Last Saturday marked the one-year anniversary of the tragic shootings at an elementary school in Newtown, Conn. Much has been written and spoken in recent weeks about the meaning of that event and how little, it seems, that has changed that might prevent a recurrence of something similar.
Not that many of us needed a reminder, but we got one anyway, when a high school student in Colorado last Friday critically wounded a fellow student apparently at random in the course of attempting to "settle" a dispute with the school's librarian or possibly another teacher. The student perpetrator than turned the gun on himself, with fatal consequences.
The two situations are different in many respects. Last's week's assailant was a well-known and well-regarded, from most accounts, member of their school's community, and Adam Lanza, the shooter in the Newtown tragedy, was a troubled loner who in retrospect clearly needed help. But the common ground of both cases is that lethal weaponry was far too easy for both to obtain, which was then used to destructive and tragic purposes.
Earlier this year the nation went through a protracted debate and discussion about tightening gun laws, or more precisely, the rules around who may or may not purchase a weapon that would seem to have more military applications than one intended for sport, hunting or recreation.
The gun lobby, led by the National Rifle Association, won that debate, and little, if anything, has changed that might in some way help prevent the repetition of a mass shooting, whether at a school, a shopping mall or some other crowded venue where innocent people die or are seriously wounded when some unbalanced individual acts out some crazed fantasy. It's pathetic and shameful that this has been the outcome, but at this juncture, there seems little political will to fight that fight again. That's a sad eulogy.
It's all about the access. There is a balance yet to be found between Second Amendment Constitutional privileges and public safety. No one wants to deny hunters or sportsman with legitimate or safe purposes their right to enjoy firearms. But owning a firearm should be a privilege that is earned. It's still far too easy to obtain one with the most marginal of background checks - and why any one needs a weapon capable of shooting a dozen or more rounds of ammunition at a rapid clip who is not in law enforcement or the military is another question.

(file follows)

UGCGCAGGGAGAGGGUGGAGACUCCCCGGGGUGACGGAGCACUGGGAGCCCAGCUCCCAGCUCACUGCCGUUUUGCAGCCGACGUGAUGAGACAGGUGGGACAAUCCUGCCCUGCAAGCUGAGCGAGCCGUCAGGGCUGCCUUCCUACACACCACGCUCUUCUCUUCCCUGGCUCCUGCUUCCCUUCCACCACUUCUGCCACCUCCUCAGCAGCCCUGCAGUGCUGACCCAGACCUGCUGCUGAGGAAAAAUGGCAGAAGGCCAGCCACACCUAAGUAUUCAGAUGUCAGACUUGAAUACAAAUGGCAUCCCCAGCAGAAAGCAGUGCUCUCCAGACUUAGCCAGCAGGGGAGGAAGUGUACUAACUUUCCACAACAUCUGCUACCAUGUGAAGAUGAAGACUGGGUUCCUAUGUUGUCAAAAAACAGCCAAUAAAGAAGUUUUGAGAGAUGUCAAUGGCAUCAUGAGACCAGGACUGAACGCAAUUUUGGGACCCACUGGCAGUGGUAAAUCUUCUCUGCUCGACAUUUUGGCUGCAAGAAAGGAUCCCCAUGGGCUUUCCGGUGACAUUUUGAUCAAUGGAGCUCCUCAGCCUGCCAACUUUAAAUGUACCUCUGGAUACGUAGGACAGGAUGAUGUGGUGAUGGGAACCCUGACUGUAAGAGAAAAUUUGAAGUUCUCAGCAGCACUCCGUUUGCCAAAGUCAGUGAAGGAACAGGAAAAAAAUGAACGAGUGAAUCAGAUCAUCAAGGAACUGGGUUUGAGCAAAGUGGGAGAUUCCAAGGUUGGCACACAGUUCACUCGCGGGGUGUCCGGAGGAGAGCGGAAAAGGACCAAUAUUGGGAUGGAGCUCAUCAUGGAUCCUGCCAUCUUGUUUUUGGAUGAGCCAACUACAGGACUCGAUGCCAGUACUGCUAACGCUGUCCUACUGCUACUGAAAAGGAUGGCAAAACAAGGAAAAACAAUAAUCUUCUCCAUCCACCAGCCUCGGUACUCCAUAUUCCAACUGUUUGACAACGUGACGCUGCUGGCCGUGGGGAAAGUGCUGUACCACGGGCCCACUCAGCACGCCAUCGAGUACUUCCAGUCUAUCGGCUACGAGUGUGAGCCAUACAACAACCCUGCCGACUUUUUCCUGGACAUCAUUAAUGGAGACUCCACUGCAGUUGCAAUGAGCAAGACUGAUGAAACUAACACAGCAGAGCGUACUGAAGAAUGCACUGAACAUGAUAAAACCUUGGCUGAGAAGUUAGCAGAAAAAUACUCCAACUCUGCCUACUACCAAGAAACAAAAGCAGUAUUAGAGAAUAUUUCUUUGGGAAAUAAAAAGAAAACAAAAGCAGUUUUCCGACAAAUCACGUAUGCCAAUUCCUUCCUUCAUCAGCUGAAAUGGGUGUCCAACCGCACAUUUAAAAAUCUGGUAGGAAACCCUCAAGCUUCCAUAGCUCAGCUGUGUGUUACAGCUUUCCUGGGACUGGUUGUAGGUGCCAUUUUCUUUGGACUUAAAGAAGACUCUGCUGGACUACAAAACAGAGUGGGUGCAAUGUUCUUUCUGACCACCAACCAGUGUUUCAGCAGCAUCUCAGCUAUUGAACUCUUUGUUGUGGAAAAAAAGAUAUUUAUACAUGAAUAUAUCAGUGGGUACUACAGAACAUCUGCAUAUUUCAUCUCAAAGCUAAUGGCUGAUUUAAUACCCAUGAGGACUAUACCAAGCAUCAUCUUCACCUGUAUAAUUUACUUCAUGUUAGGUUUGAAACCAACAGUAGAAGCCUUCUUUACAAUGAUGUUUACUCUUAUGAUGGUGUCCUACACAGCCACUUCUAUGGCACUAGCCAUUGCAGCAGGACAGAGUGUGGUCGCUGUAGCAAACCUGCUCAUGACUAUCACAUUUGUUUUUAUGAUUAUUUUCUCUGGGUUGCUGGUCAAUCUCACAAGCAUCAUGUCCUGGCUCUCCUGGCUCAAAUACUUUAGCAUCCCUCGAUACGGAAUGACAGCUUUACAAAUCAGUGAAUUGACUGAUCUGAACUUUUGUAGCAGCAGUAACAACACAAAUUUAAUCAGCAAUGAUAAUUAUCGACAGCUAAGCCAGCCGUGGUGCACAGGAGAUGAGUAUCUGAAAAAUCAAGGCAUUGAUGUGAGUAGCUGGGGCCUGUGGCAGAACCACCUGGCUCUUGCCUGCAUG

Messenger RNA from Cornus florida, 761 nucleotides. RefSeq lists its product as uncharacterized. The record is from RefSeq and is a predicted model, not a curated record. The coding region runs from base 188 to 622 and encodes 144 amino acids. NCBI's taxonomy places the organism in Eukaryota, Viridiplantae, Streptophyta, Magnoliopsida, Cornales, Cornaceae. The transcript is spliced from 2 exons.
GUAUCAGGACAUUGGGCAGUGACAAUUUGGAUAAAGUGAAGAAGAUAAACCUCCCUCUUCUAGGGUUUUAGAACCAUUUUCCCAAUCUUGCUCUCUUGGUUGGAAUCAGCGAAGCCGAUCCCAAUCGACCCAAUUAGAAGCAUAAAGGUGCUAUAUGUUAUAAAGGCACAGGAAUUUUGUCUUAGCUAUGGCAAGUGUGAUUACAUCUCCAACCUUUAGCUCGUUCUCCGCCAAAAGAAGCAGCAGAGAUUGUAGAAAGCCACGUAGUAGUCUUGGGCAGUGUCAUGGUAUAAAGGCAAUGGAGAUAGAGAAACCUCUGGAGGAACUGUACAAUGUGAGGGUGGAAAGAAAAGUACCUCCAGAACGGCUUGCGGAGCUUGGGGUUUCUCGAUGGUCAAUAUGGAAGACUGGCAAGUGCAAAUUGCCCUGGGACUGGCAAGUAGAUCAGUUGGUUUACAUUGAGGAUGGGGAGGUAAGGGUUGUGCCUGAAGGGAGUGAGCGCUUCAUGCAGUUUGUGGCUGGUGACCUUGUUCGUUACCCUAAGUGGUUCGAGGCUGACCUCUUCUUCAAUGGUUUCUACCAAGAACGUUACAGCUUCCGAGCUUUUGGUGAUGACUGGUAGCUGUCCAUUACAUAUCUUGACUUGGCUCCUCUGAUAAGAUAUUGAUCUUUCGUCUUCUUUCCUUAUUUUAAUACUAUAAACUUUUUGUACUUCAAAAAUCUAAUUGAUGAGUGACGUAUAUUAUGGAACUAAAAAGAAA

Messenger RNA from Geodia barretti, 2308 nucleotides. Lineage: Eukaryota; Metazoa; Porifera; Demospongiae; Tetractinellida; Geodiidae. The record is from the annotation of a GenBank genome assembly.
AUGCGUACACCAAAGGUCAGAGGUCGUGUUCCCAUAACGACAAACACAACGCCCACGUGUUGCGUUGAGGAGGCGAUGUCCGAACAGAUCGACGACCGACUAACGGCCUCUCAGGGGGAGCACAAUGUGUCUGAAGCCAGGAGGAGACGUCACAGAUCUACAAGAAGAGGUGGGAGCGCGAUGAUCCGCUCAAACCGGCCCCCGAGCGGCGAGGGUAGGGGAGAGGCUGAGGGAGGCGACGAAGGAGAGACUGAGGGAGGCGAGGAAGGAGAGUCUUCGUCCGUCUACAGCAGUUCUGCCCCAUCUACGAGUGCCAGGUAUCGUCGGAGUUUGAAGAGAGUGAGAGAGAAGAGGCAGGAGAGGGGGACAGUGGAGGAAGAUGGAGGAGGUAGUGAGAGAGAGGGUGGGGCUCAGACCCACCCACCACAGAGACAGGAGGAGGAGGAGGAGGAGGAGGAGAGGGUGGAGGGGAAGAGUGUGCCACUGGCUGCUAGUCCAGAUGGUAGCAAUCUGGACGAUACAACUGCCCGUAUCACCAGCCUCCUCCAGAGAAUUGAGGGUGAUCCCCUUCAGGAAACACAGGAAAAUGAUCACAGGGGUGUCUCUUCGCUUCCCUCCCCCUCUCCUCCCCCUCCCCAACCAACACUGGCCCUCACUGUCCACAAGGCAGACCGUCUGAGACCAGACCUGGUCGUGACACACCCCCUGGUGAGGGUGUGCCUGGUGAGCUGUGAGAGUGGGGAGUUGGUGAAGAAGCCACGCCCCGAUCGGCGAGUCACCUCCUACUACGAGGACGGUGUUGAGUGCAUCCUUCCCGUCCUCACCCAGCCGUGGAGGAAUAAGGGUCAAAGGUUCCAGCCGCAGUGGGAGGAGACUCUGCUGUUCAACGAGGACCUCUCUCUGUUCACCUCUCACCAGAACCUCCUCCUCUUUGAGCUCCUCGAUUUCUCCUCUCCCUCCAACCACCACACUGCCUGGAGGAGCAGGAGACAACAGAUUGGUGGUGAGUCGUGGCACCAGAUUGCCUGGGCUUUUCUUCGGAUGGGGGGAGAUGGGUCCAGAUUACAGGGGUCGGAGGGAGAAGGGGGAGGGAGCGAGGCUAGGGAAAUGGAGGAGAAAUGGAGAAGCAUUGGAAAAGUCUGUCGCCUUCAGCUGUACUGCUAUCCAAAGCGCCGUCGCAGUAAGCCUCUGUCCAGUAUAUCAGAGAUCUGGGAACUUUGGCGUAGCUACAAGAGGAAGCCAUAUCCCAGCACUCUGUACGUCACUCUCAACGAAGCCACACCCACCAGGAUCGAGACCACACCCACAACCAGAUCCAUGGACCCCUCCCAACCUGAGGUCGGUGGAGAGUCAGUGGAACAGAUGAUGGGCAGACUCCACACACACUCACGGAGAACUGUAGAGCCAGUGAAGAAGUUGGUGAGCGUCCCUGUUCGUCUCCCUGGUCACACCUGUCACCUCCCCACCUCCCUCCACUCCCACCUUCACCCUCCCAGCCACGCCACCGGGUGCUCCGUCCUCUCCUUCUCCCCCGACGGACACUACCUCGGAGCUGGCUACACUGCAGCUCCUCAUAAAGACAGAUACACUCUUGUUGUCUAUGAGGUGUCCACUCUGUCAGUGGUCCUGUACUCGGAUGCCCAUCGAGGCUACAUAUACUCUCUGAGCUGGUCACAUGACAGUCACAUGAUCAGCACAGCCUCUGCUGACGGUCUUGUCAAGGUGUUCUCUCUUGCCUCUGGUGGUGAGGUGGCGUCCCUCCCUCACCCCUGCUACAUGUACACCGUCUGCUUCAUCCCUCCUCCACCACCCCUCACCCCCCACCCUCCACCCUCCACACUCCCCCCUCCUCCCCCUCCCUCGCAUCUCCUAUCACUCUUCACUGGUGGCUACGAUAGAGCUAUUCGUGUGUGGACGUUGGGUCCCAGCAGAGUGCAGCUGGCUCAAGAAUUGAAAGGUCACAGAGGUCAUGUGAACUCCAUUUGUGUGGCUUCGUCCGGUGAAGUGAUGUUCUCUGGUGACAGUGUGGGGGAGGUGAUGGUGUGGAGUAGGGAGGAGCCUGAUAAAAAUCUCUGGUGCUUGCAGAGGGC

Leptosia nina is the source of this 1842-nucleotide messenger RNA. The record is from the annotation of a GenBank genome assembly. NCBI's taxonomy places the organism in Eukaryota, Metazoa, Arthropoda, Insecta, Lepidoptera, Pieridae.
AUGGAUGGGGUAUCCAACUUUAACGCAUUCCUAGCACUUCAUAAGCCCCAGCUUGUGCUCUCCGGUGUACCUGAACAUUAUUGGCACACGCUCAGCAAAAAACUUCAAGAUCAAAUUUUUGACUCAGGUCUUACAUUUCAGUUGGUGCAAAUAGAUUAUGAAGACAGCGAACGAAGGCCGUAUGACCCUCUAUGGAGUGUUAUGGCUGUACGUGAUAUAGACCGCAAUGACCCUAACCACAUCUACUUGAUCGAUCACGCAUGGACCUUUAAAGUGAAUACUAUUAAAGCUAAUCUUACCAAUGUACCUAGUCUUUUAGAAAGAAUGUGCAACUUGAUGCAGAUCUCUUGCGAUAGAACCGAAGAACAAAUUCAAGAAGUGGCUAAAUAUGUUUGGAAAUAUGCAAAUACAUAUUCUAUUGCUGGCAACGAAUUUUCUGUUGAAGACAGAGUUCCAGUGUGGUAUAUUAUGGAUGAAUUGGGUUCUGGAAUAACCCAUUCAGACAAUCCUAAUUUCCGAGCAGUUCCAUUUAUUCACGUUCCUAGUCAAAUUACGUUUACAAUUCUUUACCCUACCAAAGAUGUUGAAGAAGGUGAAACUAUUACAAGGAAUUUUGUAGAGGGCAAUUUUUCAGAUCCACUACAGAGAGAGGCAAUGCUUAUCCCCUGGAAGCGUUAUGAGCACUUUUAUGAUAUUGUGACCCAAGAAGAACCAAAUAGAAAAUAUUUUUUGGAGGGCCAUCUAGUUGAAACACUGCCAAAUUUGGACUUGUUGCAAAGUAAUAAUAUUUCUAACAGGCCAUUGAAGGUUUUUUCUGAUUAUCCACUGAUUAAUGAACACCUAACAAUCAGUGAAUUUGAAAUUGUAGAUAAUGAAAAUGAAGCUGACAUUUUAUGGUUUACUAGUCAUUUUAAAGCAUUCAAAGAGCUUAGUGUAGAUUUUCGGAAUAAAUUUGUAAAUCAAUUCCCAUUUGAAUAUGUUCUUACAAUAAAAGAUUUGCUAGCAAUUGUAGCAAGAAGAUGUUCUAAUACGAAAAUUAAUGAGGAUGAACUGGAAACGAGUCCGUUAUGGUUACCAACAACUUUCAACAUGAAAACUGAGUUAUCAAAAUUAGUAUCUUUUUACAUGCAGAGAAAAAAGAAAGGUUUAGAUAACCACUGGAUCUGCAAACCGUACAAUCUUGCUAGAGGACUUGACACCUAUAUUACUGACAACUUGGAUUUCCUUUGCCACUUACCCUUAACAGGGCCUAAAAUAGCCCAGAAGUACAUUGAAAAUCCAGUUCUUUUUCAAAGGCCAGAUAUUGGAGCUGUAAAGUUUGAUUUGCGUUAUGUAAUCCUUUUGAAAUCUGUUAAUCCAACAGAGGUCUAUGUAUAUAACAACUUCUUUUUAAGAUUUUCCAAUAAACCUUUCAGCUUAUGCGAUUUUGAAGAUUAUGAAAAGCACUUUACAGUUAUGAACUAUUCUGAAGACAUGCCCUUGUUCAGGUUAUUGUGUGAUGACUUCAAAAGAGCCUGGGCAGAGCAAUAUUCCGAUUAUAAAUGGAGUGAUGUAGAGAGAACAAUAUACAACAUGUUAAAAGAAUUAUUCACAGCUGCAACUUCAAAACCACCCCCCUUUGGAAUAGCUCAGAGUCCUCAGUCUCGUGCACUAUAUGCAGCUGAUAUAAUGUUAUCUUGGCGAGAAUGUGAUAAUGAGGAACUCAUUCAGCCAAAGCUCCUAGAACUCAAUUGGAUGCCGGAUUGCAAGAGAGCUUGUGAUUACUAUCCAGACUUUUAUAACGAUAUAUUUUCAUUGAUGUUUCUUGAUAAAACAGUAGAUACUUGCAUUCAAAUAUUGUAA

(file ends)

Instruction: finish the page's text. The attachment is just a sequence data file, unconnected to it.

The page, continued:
It's not the video games that account for the shockingly high level of gun violence in this country. Japan and other Asian nations have some of the most violence-laden video games anywhere, but the level of gun violence is very low, because of strict curbs on gun ownership. The NRA and other apologists for shootings such as Newtown an Aurora, Colo. are the thinnest of ice when they attempt to point to other cultural reasons why restricting access to high velocity weaponry wouldn't curb the numbers of shooting incidents made possible when someone who has no business owning a gun winds up having one.
It's more in sorrow than in anger that we mark this anniversary, because it's almost just a matter of time before we have another tragedy to document and ponder - what if? What if a sizable enough consensus had emerged to overwhelm the need and greed of politicians who embrace the campaign contributions of the NRA?
Hopefully, we'll get the answer before it's too late, but sadly, that seems entirely unlikely.